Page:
Pantagraph

I have been increasingly concerned about the misuse of a very important word in the Bible. The word is “evangelical,” which comes from the Greek word “evangelion," often translated as “good news.” To be “evangelical” means to be “centered on the Gospel.” Unfortunately, that word has become so politically charged in our current usage that it has lost much of its biblical and theological content.

This word was originally part of the vocabulary of the Roman emperors, who understood themselves to be saviors and redeemers of the world. In Latin, the messages issued by the emperor were called “evangelium.” So, whether the content was cheerful, pleasant, good or beneficial, the idea was that what comes from the emperor is a saving message. It was not just a piece of news. The “evangelium” was intended to be a significant change for the whole world for the better.

When the evangelists adopted the word “gospel” and it became the generic name for their writings, what they meant to say is this: What the emperors, who pretend to be gods, illegitimately claim does not happen with them. It only happens with Jesus!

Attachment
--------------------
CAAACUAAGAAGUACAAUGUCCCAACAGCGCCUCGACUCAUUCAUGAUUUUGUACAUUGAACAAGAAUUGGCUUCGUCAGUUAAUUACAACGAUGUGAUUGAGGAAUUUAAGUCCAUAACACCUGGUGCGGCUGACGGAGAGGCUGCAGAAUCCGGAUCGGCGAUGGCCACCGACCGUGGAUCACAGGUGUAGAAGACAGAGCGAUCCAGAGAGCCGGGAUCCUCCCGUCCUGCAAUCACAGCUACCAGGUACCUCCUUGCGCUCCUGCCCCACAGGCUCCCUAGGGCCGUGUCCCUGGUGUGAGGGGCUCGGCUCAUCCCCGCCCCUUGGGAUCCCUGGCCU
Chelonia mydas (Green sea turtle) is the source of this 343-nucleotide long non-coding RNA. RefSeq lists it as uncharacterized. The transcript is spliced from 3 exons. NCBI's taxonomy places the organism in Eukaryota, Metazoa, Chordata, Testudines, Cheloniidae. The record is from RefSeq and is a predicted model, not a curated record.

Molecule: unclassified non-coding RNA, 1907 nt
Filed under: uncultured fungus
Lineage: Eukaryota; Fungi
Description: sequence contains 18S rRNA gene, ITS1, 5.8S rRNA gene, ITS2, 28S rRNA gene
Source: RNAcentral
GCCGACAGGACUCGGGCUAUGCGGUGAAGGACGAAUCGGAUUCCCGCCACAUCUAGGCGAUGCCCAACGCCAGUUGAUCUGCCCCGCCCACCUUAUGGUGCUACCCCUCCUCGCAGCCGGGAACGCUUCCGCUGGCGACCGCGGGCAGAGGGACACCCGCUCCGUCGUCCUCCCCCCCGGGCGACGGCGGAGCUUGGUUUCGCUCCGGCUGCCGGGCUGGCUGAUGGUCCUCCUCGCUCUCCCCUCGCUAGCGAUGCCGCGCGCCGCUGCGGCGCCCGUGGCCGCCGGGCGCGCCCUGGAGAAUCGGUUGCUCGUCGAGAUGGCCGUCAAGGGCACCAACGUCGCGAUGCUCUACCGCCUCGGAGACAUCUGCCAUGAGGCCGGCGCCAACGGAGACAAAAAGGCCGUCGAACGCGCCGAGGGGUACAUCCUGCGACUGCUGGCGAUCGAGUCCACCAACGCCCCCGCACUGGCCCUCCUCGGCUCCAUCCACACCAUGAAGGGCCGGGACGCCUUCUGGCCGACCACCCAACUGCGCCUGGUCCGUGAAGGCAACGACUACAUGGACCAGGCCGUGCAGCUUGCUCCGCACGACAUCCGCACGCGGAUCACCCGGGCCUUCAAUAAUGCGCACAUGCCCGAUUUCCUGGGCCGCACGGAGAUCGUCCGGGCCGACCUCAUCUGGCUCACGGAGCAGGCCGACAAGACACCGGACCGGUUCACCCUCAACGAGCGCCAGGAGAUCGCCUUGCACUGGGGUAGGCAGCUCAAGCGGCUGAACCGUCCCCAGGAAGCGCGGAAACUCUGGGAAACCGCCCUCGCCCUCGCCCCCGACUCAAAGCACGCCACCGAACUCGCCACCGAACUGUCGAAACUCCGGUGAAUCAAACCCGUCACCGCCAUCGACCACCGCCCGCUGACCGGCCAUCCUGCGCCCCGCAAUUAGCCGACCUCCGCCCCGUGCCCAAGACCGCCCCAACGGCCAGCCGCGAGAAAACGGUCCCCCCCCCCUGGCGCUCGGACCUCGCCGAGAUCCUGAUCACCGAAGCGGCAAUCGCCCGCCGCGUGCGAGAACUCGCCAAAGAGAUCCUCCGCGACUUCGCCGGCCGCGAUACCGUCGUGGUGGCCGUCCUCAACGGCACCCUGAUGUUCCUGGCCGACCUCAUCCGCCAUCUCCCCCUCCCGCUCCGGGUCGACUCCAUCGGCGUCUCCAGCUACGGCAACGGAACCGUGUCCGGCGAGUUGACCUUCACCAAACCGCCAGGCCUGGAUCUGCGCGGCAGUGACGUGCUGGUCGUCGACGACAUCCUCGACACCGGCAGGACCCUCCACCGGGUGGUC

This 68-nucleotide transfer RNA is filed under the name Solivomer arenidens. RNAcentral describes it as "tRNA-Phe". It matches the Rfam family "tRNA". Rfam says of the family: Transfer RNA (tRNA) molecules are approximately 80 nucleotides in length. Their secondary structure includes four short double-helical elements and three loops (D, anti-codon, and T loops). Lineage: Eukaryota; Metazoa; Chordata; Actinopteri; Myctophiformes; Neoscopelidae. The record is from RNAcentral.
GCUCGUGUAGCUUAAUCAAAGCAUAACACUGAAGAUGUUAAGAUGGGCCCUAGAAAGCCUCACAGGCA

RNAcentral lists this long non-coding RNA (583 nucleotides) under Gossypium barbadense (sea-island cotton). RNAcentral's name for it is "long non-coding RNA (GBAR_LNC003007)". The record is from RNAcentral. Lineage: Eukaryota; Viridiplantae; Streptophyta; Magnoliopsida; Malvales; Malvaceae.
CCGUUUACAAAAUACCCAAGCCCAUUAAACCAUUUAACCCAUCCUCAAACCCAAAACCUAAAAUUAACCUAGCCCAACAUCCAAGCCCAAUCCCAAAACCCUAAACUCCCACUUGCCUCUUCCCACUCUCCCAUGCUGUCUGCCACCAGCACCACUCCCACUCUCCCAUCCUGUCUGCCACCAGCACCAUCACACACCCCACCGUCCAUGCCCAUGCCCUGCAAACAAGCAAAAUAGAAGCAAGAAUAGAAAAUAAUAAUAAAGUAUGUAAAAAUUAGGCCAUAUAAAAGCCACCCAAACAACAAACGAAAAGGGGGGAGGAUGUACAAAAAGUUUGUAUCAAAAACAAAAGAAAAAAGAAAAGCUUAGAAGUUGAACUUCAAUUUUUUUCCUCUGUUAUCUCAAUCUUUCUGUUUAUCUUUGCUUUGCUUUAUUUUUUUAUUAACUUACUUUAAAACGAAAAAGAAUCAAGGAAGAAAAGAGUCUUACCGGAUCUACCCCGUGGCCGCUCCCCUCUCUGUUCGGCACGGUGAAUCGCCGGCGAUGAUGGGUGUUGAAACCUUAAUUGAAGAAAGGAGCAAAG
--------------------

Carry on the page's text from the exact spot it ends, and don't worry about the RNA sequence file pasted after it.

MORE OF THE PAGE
The Gospel has authority ... not just talk, but reality. The Gospel is not just information with a positive slant. It is performative speech and involves action. The Gospel is about a power that enters into the world in order to save and transform! It is not the emperors who can save the world, but God alone.

The misuse of the word “evangelical” today is so infused with a specific political agenda that it now refers to a voting block representing a very conservative agenda and narrow interpretation of the Bible and Christianity. Today, to be evangelical, means to be against sex education in the public schools, against teaching evolution, against abortion and contraception, against gay rights and more inclusive definitions of marriage in the name of religious freedom, to name just a few.

What is ironic is that using “evangelical” as a political term becomes a toxic combination of political illusion and idolatry. To be evangelical has increasingly less to do with the actual Gospel and more to do with those who are lined up against a liberal political agenda.

This misuse of the term is precisely how political agendas continue to tempt us into putting our faith in them, rather than the living God who has come into our midst.

The early Christian confession that "Jesus is Lord" meant that Caesar was not Lord! To be “evangelical” has nothing to do with a conservative political agenda. It has to do with a fundamental belief in the transforming power of God to work within the hearts and minds of believers to change us all!

Wells is a retired pastor, Evangelical Lutheran Church in America. Contact him at revknight.wells5@frontier.com.